Information Systems Design and the Deeply Embedded Exchange and Money-Information Systems of Modern Societies

Information Systems Design and the Deeply Embedded Exchange and Money-Information Systems of Modern Societies

G.A. Swanson (Tennessee Technological University, USA)
DOI: 10.4018/jitsa.2008070102
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Abstract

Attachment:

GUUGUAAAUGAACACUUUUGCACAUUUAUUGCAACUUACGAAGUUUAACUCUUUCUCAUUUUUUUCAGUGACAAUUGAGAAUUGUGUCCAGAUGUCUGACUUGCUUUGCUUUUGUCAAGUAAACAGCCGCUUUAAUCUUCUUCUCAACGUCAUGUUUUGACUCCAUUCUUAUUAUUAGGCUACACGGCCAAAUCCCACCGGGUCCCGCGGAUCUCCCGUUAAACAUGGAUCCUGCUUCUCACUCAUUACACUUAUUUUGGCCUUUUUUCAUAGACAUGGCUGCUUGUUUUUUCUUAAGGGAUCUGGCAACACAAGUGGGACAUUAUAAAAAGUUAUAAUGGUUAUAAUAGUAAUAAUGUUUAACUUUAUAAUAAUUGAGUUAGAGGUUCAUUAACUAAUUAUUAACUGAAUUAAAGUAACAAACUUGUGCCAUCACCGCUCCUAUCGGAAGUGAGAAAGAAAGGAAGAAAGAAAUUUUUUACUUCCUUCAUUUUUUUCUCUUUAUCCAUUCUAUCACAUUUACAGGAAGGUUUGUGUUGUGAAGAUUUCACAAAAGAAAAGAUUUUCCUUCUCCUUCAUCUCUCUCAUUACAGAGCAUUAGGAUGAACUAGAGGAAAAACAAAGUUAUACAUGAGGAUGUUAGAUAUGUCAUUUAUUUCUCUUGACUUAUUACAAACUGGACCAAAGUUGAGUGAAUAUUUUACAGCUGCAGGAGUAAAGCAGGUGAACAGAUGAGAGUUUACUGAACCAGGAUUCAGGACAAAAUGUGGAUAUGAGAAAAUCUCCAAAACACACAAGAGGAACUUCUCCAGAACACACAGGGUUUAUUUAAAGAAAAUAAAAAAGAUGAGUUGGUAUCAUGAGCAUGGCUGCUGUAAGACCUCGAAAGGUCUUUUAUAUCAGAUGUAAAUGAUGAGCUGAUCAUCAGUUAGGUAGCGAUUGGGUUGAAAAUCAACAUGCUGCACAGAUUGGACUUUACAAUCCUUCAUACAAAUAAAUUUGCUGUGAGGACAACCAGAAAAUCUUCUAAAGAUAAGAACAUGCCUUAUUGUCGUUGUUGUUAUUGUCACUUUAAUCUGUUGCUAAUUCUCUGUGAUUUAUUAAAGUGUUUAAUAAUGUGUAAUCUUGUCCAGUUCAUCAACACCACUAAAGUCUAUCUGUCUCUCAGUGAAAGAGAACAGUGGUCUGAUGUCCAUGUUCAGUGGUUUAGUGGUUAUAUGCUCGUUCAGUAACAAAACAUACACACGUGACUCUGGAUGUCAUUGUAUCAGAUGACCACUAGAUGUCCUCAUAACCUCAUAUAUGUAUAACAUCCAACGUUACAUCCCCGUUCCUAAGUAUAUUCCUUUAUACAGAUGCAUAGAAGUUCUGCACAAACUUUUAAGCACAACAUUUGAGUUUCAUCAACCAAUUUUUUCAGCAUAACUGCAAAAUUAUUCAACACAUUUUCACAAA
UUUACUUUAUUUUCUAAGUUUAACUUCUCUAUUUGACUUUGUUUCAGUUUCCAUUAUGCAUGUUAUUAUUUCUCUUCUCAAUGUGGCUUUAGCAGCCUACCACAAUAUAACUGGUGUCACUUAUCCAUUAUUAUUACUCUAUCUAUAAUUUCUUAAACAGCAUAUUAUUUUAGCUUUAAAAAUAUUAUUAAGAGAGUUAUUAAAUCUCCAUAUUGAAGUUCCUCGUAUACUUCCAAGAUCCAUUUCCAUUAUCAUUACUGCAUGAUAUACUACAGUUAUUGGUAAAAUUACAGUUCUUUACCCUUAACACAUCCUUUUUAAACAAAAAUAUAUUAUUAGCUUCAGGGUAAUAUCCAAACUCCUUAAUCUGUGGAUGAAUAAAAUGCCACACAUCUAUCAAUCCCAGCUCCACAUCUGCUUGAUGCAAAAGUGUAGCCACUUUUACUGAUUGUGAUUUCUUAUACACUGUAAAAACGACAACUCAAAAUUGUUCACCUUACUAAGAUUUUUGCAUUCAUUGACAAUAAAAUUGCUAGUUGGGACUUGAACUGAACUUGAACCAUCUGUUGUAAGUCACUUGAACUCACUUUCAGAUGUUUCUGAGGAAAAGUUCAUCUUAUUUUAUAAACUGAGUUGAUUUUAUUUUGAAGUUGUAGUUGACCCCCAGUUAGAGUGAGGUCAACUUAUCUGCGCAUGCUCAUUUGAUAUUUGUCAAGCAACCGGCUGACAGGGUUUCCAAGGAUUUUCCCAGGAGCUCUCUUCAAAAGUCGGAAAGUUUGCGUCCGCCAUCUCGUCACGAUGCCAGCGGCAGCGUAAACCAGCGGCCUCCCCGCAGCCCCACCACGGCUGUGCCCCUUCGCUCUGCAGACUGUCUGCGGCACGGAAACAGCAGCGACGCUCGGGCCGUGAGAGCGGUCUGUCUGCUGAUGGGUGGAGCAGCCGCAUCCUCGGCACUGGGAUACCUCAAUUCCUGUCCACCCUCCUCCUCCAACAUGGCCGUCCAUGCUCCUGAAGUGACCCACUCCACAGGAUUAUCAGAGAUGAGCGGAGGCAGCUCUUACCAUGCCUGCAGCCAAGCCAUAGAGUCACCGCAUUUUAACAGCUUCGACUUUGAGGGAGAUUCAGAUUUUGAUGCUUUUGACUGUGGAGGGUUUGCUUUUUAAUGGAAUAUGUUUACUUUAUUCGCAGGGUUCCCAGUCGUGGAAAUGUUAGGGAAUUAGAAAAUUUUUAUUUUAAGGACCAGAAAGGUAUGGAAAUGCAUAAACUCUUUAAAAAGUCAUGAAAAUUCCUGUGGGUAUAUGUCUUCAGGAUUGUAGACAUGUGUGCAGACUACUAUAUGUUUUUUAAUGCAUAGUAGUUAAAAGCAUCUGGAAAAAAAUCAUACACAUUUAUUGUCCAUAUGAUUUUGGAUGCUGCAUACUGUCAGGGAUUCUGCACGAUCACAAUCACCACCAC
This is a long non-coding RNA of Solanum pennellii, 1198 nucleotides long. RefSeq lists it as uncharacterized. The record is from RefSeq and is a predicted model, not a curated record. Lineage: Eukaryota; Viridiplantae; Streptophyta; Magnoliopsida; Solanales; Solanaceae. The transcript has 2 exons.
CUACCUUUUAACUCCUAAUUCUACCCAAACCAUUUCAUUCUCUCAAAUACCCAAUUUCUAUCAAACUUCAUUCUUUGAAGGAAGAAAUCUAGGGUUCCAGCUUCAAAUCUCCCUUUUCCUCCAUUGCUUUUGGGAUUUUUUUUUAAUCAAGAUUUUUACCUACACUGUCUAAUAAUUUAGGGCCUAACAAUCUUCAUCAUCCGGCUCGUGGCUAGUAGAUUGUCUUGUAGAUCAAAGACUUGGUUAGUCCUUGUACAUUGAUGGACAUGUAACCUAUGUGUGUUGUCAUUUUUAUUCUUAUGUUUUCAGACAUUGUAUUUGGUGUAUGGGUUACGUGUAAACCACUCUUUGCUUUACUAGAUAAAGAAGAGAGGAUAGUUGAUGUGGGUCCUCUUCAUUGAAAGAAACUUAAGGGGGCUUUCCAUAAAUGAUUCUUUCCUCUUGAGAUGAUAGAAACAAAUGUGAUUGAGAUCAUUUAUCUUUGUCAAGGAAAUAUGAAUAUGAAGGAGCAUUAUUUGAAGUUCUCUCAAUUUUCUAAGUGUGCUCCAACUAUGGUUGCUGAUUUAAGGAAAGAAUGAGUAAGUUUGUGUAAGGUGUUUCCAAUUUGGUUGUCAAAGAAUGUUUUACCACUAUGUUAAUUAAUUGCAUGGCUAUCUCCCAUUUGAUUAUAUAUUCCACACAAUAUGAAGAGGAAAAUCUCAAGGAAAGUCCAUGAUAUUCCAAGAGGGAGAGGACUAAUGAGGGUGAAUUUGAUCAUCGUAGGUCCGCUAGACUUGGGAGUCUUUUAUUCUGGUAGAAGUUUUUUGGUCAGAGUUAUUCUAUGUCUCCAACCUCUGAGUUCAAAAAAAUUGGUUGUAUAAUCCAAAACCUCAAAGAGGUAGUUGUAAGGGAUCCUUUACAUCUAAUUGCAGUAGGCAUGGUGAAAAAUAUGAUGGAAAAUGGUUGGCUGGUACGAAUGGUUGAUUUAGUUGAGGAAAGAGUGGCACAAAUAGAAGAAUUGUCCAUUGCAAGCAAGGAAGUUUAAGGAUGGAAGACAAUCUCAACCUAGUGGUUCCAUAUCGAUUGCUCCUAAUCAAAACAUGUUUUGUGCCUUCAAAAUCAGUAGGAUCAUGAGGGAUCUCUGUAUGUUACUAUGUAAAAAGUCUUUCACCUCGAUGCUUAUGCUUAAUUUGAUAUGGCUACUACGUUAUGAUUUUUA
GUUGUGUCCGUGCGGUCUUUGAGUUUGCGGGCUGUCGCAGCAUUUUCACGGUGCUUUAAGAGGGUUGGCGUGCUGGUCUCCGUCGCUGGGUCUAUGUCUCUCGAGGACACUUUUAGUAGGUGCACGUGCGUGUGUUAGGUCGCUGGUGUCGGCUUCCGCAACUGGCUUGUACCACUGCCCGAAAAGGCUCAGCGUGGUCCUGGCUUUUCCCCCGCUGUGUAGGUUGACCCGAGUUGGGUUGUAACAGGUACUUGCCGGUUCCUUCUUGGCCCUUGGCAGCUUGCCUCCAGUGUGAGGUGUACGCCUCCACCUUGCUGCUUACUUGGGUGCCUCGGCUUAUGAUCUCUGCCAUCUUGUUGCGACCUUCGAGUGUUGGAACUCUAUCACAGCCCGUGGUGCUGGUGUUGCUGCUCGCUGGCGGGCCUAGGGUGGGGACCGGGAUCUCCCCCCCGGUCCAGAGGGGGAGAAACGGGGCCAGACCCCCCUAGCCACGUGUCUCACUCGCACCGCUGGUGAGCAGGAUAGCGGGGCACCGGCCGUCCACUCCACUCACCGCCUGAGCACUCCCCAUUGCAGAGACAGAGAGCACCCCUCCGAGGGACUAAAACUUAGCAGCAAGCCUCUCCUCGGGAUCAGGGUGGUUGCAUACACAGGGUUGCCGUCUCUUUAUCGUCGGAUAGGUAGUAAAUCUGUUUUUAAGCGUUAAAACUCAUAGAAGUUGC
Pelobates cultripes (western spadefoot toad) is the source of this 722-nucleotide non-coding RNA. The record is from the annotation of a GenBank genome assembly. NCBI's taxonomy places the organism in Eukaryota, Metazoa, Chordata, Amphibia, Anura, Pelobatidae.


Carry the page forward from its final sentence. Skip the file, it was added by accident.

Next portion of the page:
Information science, like economics, has developed as an analytic science. Such an approach introduces a significant conceptual distance between it and the measurable matter-energy processes that concern major models. Money-information processes are important determinants of the homeostasis of modern exchange-based societies. Their cybernetics may be approached from an abstract, holistic perspective or from a concrete, internal perspective. This discussion approaches certain aspects of social control from a concrete, internal perspective. From that perspective, it is argued that the irreducible unit of modern economic systems is the exchange. Highly complex economies are combinations of specific and observable exchanges. That complexity is facilitated by the introduction of money-information markers to temporally separate the reciprocating transfers of trades. The paper concerns the irreducible unit; internal control affected on societal components by exchange, money, and cybernetic variations and adjustment processes resulting from various money-information imbursements. Some implications for information systems design are considered.

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